Warning: contains spoilers for The Handmaid’s Tale Season 5 Episode 4.
Poetic. Justice. That’s what Serena was just served by The Handmaid’s Tale. Not to the extent of Fred being ‘salvaged’ by a group of women his regime inducted into brutality, but poetic justice all the same. Serena’s panicked face as her baby bump was being worshipped by a bible-spouting moon unit who’s bought the miracle act she’s been selling was sweetness itself. Be careful what you wish for, Serena. Make yourself an icon and you can’t control who worships you.
Or who points a gun at you. Hands up who wanted June to pull that trigger? Nobody? Makes sense. It would have been far too easy an end for both characters after this long a journey, and far too morally compromising for June to have murdered a pregnant woman – even this pregnant woman. June’s glance down at that bump explained what stopped her the second time she faced Serena while holding a gun in her hand. Babies and children may be collateral damage in Gilead’s power games, but nothing we know about June says that she would ever enact her savage impulses on a child.
On a Gilead fanatic who tells her that she’s lucky to have been enslaved and repeatedly raped? That’s a different story. That opening scene at the swings was one of this season’s best so far for what it revealed – not only June being quick to violence, but how Gilead is perceived by the outside world. It’s easy to forget that not everybody has, like us, had front row seats to the barbarism. It’s also easy to accept that in exchange for what Gilead offers, not everybody would care all that much about the barbarism. At the very least – like those from the West who choose to vacation in say, Dubai, or buy sweatshop fashion – people are often willing to ignore barbarities if there are benefits.
What are the benefits of Gilead? As Ofglen 2/Lillie put it before they cut out her tongue and she pivoted to blowing herself up along with that Red Centre, everybody in Gilead has a bed, a job, clothes and food. Pollution is down, organics are up, and the globally dwindling birth rate is rising. What’s not to like?
Well, quite. The introduction of people like Swing Set Woman, the fanatical Mrs Wheeler and the rest of Serena’s Canadian fan club allowed The Handmaid’s Tale to confront a couple of uneasy truths. One is that regimes as barbaric as Gilead in our world are regularly appeased for economic reasons, the other is that nowhere is safe. Where there’s religious fundamentalism that disallows human rights, there’s a threat to society. Having lived through it once, June sees Serena’s soft power “Information Center” and lovely gift baskets, and knows what they really mean: bodies on the wall.
That’s why June took the news of Serena’s release with such dazed acceptance. To her, it’s very simple: to stop it all from happening again, she has to kill Serena. And one day, she will. Unless husband Luke – or so he says – gets there first. And in the meantime, June and Luke will turn each other on with their Bonnie and Clyde outlaw vibe, fetishize each other’s gunshot wound scars, and have what looks like some of the best sex of their lives. It’s hot being a righteous assassin.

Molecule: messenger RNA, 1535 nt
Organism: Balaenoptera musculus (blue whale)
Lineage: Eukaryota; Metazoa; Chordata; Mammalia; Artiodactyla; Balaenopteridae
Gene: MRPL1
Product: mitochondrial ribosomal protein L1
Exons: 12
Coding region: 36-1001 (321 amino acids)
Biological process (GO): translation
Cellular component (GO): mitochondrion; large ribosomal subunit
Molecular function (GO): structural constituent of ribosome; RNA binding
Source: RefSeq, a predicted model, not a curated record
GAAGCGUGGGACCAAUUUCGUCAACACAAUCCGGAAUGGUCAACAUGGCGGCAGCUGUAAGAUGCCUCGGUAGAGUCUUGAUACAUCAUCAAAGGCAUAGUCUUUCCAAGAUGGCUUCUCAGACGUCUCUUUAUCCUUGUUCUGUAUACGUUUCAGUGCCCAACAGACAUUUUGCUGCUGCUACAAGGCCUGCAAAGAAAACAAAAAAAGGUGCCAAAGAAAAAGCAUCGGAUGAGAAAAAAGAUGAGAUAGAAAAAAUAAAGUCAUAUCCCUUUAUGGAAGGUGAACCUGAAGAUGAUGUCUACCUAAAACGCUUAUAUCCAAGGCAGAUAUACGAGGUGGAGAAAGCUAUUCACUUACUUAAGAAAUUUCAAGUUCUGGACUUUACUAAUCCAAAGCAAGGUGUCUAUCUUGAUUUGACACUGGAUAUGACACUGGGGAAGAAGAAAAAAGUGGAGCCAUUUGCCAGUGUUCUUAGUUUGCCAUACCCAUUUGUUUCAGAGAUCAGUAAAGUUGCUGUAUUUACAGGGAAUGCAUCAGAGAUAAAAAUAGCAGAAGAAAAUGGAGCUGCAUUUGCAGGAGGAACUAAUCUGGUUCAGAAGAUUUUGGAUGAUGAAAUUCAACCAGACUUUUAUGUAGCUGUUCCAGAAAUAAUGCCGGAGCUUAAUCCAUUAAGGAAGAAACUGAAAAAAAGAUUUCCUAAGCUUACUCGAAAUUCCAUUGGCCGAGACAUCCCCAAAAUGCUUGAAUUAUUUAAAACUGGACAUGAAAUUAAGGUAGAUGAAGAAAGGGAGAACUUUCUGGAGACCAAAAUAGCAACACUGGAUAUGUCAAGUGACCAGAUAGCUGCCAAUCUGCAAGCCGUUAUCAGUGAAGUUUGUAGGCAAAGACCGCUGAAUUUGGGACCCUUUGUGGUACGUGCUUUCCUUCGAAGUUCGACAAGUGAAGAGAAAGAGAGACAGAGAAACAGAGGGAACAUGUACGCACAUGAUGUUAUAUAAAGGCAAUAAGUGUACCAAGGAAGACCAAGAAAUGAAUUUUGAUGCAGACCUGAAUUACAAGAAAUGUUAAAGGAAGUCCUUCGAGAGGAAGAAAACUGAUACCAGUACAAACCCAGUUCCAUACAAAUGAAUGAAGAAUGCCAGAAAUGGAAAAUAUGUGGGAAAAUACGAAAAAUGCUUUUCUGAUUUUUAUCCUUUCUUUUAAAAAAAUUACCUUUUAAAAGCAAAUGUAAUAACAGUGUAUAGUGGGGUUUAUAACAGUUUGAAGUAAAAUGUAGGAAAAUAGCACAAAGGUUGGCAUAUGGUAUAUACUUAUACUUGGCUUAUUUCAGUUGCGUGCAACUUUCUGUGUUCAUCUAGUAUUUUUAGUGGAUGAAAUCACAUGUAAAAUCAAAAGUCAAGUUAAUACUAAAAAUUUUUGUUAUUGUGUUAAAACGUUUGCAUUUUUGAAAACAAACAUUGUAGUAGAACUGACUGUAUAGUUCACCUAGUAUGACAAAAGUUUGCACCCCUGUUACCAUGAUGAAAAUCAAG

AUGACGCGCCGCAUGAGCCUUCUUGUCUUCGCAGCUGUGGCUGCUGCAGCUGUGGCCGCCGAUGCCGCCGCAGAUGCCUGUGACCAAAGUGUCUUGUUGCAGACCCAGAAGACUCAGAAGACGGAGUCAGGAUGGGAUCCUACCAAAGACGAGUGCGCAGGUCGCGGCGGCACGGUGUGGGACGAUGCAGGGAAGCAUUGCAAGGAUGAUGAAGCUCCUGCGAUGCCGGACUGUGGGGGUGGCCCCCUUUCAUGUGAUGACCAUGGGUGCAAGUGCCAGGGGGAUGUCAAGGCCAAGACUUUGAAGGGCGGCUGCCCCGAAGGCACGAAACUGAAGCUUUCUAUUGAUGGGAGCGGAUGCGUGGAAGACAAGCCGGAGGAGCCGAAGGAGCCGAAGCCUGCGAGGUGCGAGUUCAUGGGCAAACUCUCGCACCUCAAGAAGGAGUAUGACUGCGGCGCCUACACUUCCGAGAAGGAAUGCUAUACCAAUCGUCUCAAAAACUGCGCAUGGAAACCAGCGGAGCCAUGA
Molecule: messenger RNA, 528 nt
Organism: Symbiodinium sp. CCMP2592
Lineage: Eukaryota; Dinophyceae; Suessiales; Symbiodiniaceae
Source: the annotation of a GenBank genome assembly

Serena wasn’t exactly doing damage control to minimise the threat to her life this episode, quite the reverse. Safely behind the walls of her new Gilead-themed castle, she clearly felt emboldened. When Commander Lawrence warned her against underestimating June, she prodded the wound by sending that invitation. Was that Serena’s attempt to replace her fear with control? Or does she subconsciously feel that her final confrontation with June is coming and, with that act of needless provocation, is trying to hasten the inevitable?
However Serena’s fictional analyst might describe that behaviour, they wouldn’t applaud it. Nor would they applaud her cruel goading of Luke about his failure to rescue Hannah and the “support” his wife received from Nick in Gilead. O-T Fagbenle was terrific in that scene, from his surprising endorsement of June’s violence, to the vulnerability he cracked open when he switched from posturing to pleading with Serena to help him get Hannah back. You’d never see that appeal come from June’s lips; she knows Serena’s sadism all too well.
Speaking of sadists, ‘Dear Offred’ jolted Aunt Lydia’s piece along the board as she went from making a deal with God a couple of episodes ago to making a deal with Janine in this one. Lydia wants to turn things around. She wants to act with more… compassion, she tells the woman whose eye she plucked out for misbehavior. Commander Lawrence may have burst her new Handmaid scheme bubble with his unfiltered take on what really goes on in Gilead, but Lydia’s still determined to change.
Janine’s nothing-to-lose attitude was a kick to watch (Madeline Brewer is always a kick to watch), as the power dynamic between those two finally shifted. If this new co-management scheme delivers, it’ll give us some long overdue development from the Red corner. Aunt Lydia with compassion? What might that look like? Will she ever break the chain?
The Handmaid’s Tale Season 5 streams on Wednesdays on Hulu in the US. It’s expected to air on Channel 4 at a later tbc date in the UK.